Please note, courses will be held online if they are not possible to run in venues.


This course is designed for all teachers about to start, or in their first two years of teaching of A level Music Technology and is designed to provide teachers with the tools to approach teaching the course with confidence and a clear understanding of how to help students succeed in this A level.


  • Understand the shape and structure of the AL Music Technology specification
  • Take away practical ideas for teaching the course and engaging your students
  • Gain a good understanding of the relationship between the practical elements and the written papers
  • Find out what high marking standard of work looks and sounds like – and how to support students in creating it
COURSE DATE London | Monday 29 June 2020
  • Heads of Music and Music Technology Departments
  • Teachers of A level Music Technology
  • NQTs looking to build their Music Technology experience
  • Teachers considering starting running AL Music Technology
IN-SCHOOL You can also book this as an In-School Course
  • A specially prepared folder of 50+ pages full of detailed notes, practical advice and guidance
  • Notes prepared by the educational experts leading the course
  • Expert produced PowerPoint presentations
  • CPD Certificate of attendance
  • Two course restaurant lunch
  • Refreshments throughout the day
  • Guaranteed high quality venues

10.00 – 10.30am
Overview of the specification and first exam feedback

  • Key feedback from the first exam and how this affects planning and teaching
  • Overview of the key content of the music technology specification
  • Overview of assessments – how students perform and how to get your students top grades
  • Planning a two year course that support students of all abilities

10.30 – 11.15am
Component 1: Recording (NEA)

  • Decoding the briefs; instrumental requirements, song choices and minimum playing times
  • Supporting students in arranging songs from the list of artists
  • Getting to grips with the assessment criteria and how they are applied
  • Techniques to develop students’ skills in recording and production techniques
  • Explore a range of exemplar work – strategies for success and discussion

11.15 – 11.30am
Discussion: coffee break

11.30 – 12.20pm
Component 2: Technology-Based Composition (NEA)

  • Starting points – building a strong foundation – the importance of planning compositions
  • Practical strategies to explore a range of techniques for developing technical ideas in synthesis, sampling and creative effects
  • How to develop students’ compositional skills – keeping control of the elements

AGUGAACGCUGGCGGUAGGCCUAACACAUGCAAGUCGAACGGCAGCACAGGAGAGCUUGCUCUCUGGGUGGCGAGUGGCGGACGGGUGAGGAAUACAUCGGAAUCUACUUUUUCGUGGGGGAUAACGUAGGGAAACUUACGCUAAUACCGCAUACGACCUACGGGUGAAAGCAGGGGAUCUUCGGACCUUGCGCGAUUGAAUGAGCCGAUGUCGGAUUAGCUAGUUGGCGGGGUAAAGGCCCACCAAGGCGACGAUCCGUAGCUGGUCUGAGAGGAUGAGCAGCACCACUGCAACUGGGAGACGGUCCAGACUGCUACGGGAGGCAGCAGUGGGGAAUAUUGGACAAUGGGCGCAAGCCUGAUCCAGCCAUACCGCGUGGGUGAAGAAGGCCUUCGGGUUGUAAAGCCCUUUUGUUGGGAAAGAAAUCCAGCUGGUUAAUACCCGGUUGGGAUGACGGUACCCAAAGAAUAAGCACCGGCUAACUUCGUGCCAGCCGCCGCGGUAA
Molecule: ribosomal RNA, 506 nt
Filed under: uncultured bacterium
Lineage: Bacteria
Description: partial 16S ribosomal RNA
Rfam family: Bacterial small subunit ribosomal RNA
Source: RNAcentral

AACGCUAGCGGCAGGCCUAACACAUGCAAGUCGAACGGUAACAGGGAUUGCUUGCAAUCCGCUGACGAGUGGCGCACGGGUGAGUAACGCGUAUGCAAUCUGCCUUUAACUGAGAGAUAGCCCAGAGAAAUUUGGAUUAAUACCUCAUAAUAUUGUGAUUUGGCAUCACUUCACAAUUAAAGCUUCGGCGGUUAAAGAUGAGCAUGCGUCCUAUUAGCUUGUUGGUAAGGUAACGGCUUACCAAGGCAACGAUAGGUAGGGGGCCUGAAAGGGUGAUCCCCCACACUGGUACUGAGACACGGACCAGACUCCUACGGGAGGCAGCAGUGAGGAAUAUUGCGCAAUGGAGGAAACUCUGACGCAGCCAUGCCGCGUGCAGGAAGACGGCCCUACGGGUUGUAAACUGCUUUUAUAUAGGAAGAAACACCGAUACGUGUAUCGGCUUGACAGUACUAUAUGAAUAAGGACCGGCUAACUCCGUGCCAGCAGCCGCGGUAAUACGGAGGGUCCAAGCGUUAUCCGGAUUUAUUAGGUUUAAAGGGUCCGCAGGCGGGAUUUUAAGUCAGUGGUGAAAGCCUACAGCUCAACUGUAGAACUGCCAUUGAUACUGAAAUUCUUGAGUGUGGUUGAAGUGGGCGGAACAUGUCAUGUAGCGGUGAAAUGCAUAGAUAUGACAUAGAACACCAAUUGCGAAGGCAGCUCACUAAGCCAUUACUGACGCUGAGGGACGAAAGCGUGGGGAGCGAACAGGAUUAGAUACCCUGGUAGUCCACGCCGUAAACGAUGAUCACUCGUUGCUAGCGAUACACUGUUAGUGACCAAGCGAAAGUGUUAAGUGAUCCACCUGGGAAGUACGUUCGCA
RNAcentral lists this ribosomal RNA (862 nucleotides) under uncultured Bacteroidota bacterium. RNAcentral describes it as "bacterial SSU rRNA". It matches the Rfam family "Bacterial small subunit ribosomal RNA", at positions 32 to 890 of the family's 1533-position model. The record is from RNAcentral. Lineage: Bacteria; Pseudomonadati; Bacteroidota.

• Exploring ways of working to a brief and responding effectively; linking the music to the meaning of the brief
  • Appraising and marking students’ work

12.20 – 1.20pm
Lunch and informal discussion

1.20 – 2.20pm
Component 3: Listening and Analysing: the written examination

  • Unfamiliar recordings: discuss practical strategies to support students in identifying and analysing production techniques
  • Extended written responses: Practical strategies for the extended response question to address AO3 and AO4.
  • Approaches to develop listening and analysing skills which make the demands of the paper less intimidating for students
  • Teaching listening and analysing musically; ideas for delivery to support the 21st century learner

2.20 – 2.25pm
Discussion: afternoon tea

2.25 – 3.35pm
Component 4: Producing and Analysing: the written examination

  • Studying editing, mixing and production techniques, to be applied to unfamiliar materials
  • Building students’ skills in evaluation and critical judgement
  • Approaches to success in the audio tasks: things to remember and aiming high
  • Approaches to developing successful skills in technical literacy and numeracy over the 2 year linear course
  • Strategies to prepare students for the extended written response question

3.35 – 3.45pm
Bringing it all together

  • Planning an effective scheme of work/course plan to set students up for starting their NEA in June of Year 12 / September of Year 13
  • Checkpoints, managing deadlines and submitting work – the ‘need to know’ in terms of logistics for a new Music Technology teacher

James Reevell

James Reevell is an experienced teacher of Music and Music Technology, and is currently Subject Leader for Visual and Creative Arts at a sixth form college in the North West of England. As part of this role he is responsible for the leadership and management of both Music courses, Art, Drama and Dance. He has over 5 years examining and assessment experience in Music and Music Technology and has set up both Music and Music Technology courses in a sixth form that went on to be graded as ‘Outstanding’ in its recent OFSTED inspection.  He has also led projects and training on stretch and challenge, effective use of data and effective transition from GCSE Music to A Level. Alongside his teaching role, he has recently been appointed as a Bridge Fellow for Music and Music Technology at the University of Huddersfield.

View all courses led by James Reevell >